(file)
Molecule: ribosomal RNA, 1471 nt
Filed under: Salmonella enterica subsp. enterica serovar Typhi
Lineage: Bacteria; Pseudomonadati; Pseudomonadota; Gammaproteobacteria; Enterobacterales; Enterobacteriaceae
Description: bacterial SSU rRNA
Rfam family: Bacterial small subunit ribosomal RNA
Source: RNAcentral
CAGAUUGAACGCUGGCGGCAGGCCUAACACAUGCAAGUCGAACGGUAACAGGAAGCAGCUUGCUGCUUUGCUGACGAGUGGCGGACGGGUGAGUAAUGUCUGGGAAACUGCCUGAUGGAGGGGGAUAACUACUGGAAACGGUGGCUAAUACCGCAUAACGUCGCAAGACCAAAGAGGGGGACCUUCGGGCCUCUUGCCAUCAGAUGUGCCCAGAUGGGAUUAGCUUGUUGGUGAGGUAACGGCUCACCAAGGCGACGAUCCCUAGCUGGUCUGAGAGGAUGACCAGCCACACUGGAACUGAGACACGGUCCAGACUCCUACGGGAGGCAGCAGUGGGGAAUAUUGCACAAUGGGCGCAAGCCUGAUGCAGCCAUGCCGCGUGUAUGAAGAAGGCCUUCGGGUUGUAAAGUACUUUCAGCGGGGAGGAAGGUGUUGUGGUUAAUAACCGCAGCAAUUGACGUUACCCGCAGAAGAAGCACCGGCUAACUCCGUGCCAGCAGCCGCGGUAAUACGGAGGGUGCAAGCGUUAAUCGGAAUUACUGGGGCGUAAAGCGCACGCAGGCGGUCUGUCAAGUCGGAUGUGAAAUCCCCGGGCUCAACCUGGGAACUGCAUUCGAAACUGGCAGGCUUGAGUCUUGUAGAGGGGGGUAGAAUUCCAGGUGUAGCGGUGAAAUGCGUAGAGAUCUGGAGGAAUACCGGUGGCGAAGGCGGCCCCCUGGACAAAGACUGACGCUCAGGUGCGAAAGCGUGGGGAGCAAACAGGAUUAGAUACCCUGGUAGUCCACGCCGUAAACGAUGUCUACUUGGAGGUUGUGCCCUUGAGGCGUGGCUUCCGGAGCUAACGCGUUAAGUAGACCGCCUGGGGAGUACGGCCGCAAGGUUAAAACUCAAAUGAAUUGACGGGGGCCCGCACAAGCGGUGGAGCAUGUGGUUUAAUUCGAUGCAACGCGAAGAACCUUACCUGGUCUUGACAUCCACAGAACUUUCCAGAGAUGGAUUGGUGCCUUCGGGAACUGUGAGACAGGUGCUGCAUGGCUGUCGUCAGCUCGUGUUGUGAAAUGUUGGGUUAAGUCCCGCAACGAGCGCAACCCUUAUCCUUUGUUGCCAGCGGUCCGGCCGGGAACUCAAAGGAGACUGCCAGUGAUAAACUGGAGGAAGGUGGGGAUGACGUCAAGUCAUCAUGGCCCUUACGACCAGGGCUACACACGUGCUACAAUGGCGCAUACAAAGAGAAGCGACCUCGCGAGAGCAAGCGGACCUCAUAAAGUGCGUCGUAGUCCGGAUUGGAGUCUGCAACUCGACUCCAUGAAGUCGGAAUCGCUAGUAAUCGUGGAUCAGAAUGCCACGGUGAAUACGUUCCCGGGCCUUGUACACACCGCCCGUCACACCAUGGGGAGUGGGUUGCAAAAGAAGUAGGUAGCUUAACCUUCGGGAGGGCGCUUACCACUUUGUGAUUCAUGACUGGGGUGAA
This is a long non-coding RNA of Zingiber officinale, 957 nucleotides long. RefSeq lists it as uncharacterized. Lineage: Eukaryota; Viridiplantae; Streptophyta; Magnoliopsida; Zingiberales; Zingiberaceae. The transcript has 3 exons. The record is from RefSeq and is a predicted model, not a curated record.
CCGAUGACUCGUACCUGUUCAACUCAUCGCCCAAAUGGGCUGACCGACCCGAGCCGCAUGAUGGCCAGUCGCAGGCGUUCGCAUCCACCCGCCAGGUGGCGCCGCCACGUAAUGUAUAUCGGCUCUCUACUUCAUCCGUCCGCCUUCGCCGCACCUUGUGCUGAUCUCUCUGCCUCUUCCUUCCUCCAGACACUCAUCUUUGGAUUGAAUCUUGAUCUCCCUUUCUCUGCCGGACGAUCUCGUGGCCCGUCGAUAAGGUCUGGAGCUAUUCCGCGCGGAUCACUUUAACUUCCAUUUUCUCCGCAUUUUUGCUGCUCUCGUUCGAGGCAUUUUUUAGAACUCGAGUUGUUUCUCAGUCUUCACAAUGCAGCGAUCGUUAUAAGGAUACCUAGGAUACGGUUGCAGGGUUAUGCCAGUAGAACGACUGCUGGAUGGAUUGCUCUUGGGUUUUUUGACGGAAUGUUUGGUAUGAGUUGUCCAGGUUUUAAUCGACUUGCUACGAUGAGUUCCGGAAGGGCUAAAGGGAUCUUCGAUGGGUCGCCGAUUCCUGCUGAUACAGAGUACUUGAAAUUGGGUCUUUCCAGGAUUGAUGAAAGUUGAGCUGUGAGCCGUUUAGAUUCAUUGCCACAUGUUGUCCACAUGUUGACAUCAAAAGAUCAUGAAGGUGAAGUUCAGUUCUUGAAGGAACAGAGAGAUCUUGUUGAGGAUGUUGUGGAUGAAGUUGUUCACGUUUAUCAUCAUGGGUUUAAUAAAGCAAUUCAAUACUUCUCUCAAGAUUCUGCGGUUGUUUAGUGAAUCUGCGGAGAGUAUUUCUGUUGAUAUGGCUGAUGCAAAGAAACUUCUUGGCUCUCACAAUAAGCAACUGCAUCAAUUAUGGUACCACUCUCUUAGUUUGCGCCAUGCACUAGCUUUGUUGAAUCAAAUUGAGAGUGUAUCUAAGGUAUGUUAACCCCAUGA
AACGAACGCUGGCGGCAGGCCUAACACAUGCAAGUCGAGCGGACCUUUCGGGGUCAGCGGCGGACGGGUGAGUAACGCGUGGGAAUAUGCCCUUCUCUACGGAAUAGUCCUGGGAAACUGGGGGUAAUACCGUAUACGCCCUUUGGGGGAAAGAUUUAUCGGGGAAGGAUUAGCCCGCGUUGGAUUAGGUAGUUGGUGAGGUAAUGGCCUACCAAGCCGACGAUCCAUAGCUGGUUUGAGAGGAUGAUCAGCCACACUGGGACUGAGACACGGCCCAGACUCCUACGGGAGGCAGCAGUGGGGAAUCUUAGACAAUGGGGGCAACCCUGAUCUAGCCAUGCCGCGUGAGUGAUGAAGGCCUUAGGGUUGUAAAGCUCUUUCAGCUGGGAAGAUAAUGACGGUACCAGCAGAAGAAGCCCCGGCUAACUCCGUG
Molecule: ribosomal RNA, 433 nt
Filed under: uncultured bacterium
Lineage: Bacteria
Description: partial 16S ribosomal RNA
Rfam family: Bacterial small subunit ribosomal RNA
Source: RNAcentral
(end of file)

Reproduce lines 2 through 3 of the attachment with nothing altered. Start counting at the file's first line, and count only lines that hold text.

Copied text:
Filed under: Salmonella enterica subsp. enterica serovar Typhi
Lineage: Bacteria; Pseudomonadati; Pseudomonadota; Gammaproteobacteria; Enterobacterales; Enterobacteriaceae